The ruling formalizes Shelby’s previous rulings and sets an election for all three commission seats and all five school board seats in November, 2018.
San Juan County Clerk John David Nielson is moving ahead to set up the election schedule using the new district boundaries, even as the San Juan County Commission has formally appealed the ruling to the Tenth Circuit Court of Appeals.
In his January 11 statements, Judge Shelby denied a county motion to alter or amend his judgment on previous decisions. He ordered the implementation of his rulings and declared the case closed.
On the same day, the county filed a notice to appeal rulings by Judge Shelby on at least five separate motions.
San Juan County has suggested in separate statements that the appeals court, based in Denver, may give the county a more favorable ruling.
Judge Shelby presided over the trial in which Commissioner Phil Lyman was convicted of organizing the Recapture Canyon protest in 2012.
Lyman appealed that conviction before the Court of Appeals, arguing that Shelby should have recused himself from the initial trial.
The Navajo Nation filed a series of lawsuits against San Juan County after the 2010 Census, arguing the voting districts and policies discriminate against Native Americans.
The population in the county is roughly split between Native Americans and non-Native Americans, with Native Americans making up 50.4 percent of the total population in the 2010 Census.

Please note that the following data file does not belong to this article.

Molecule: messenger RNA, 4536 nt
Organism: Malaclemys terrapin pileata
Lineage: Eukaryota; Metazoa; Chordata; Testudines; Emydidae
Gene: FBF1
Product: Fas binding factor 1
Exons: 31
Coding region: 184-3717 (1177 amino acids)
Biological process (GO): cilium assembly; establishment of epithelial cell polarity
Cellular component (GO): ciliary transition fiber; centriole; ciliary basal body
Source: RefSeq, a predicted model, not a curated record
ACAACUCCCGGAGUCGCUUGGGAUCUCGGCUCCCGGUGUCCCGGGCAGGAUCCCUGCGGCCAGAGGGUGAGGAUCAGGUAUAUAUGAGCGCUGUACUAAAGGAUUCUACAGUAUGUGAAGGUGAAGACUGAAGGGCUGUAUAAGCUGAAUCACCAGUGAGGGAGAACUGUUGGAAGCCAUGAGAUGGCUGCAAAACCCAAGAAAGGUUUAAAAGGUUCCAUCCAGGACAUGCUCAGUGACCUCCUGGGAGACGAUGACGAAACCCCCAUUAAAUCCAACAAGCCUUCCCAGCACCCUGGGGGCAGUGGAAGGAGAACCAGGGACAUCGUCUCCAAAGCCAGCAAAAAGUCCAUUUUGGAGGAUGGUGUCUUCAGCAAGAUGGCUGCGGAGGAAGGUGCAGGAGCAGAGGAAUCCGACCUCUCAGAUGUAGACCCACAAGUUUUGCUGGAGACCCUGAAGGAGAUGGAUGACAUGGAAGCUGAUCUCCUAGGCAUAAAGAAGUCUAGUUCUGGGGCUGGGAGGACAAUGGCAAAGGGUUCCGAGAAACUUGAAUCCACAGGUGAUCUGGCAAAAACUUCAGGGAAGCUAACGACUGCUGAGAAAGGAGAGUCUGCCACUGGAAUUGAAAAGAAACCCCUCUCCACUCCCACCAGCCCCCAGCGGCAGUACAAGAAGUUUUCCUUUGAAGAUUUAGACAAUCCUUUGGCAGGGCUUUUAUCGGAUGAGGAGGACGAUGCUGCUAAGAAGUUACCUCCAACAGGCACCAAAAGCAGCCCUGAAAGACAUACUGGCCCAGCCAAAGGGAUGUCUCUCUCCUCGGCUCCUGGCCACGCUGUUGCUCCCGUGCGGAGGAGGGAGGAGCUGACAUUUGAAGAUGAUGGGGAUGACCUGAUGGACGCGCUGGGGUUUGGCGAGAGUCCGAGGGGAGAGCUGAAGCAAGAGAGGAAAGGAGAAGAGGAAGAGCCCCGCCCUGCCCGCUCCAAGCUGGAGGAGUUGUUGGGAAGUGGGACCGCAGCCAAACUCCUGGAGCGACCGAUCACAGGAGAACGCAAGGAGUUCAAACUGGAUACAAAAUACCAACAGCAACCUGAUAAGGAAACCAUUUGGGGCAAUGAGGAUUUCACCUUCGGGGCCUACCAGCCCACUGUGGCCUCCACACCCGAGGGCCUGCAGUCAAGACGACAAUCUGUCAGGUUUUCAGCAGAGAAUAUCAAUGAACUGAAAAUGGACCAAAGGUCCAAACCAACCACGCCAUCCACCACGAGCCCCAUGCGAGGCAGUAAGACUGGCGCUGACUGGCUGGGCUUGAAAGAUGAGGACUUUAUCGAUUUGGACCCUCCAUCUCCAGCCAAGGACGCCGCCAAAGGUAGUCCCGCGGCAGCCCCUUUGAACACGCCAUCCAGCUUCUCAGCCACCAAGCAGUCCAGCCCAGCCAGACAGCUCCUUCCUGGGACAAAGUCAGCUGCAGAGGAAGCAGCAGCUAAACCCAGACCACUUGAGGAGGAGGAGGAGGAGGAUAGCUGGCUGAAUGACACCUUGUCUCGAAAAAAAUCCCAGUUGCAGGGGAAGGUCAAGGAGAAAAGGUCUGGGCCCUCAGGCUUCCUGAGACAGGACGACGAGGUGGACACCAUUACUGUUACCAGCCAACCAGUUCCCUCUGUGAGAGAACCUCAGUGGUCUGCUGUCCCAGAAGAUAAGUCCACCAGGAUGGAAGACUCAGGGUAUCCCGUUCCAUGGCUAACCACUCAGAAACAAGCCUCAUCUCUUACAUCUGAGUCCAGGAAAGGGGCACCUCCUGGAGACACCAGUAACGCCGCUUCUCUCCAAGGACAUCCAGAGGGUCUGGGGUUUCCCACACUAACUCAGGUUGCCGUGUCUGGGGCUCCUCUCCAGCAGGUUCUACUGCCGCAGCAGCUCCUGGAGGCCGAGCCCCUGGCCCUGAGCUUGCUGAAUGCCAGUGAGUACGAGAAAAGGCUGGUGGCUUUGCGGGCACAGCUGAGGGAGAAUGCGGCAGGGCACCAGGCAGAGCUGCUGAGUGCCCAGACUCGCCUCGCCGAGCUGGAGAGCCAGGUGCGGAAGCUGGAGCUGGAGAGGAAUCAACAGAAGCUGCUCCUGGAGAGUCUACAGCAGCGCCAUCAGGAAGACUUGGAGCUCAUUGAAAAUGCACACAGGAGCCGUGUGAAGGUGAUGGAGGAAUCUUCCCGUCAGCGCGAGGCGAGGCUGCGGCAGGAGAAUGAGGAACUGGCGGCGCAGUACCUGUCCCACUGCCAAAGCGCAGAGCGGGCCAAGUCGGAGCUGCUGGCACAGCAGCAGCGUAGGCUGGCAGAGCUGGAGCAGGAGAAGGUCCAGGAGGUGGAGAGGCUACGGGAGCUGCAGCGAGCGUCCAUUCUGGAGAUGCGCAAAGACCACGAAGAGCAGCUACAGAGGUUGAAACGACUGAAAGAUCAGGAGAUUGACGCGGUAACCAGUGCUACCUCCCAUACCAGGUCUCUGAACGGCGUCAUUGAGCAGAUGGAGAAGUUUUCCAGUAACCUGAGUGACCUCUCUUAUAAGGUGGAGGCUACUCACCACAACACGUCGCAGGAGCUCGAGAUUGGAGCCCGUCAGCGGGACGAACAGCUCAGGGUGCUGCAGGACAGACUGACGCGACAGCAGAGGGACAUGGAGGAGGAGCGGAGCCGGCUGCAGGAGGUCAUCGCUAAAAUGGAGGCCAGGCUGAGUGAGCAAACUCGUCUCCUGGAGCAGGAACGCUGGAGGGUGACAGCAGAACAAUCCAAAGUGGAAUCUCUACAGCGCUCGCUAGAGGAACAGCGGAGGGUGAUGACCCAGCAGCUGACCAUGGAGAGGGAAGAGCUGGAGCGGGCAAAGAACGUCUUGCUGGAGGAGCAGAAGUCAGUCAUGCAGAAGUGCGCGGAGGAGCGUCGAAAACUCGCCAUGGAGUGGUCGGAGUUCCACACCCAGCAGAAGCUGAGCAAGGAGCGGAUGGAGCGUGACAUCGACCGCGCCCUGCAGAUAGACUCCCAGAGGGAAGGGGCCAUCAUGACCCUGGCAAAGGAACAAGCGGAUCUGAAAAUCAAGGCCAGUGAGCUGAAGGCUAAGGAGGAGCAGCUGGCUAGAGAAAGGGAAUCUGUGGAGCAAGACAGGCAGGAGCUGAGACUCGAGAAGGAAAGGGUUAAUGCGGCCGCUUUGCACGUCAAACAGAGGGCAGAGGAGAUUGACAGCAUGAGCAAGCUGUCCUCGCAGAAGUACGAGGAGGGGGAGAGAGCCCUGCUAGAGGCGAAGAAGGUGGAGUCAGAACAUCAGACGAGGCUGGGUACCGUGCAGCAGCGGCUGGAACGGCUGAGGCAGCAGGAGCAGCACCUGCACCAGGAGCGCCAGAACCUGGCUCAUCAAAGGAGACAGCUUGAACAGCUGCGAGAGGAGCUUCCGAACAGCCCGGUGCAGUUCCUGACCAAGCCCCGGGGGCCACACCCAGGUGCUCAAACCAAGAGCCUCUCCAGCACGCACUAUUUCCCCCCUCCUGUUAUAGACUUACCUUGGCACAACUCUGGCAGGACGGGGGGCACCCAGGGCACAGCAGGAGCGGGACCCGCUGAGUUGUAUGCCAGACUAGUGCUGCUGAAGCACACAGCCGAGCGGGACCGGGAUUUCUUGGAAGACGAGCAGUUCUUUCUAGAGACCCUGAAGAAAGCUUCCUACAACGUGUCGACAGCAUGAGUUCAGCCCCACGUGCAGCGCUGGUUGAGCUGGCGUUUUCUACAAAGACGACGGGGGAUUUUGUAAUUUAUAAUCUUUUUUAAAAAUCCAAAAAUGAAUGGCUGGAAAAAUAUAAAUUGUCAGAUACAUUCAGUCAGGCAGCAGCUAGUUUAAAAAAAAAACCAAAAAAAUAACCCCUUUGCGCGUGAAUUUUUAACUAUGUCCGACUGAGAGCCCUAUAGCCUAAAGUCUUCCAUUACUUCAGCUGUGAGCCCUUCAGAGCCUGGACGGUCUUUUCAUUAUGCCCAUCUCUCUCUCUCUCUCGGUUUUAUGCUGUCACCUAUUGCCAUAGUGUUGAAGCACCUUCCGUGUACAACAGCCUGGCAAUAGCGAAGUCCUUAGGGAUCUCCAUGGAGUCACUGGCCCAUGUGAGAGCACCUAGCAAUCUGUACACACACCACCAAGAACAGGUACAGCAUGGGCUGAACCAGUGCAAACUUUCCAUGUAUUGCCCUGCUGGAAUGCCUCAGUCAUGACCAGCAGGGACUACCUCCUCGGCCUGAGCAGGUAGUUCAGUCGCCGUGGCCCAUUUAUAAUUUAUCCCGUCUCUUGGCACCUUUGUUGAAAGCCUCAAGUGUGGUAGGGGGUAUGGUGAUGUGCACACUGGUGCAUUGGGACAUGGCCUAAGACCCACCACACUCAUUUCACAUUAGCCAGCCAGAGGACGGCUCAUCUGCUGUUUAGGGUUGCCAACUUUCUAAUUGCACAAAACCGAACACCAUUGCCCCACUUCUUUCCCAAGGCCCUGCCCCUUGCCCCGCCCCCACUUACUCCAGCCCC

Despite the 50/50 split, there has never been more than one Native American on the three-member county commission or more than two Native Americans on the five-member school board.
The new boundaries create a Native American majority in two of three commission districts and three of five school districts.
For instance, Native Americans will make up 66 percent of the population in one Commission district (currently represented by Lyman) and 80 percent in a second district (currently represented by Rebecca Benally).
Similarly, the new school district boundaries will have a Native American majority in three districts of 65, 85, and 88 percent, (currently represented by Steve Black, Elsie Dee and Nelson Yellowman, respectively).
A third lawsuit filed by the Navajo Nation, arguing that the vote-by-mail system used by the county discriminated against Native American voters, is set to go to trial before Judge Shelby this winter.
It will be a busy election season in San Juan County, with all eight races on the ballot, in addition to other county positions.
A new San Juan County Assessor will be selected to fill the unexpired term of Shelby Seely. Seely was recently removed from office because he had not secured the necessary licensure for the position.
Other state and federal offices on the ballot will include races for state and federal House of Representatives, and US Senate.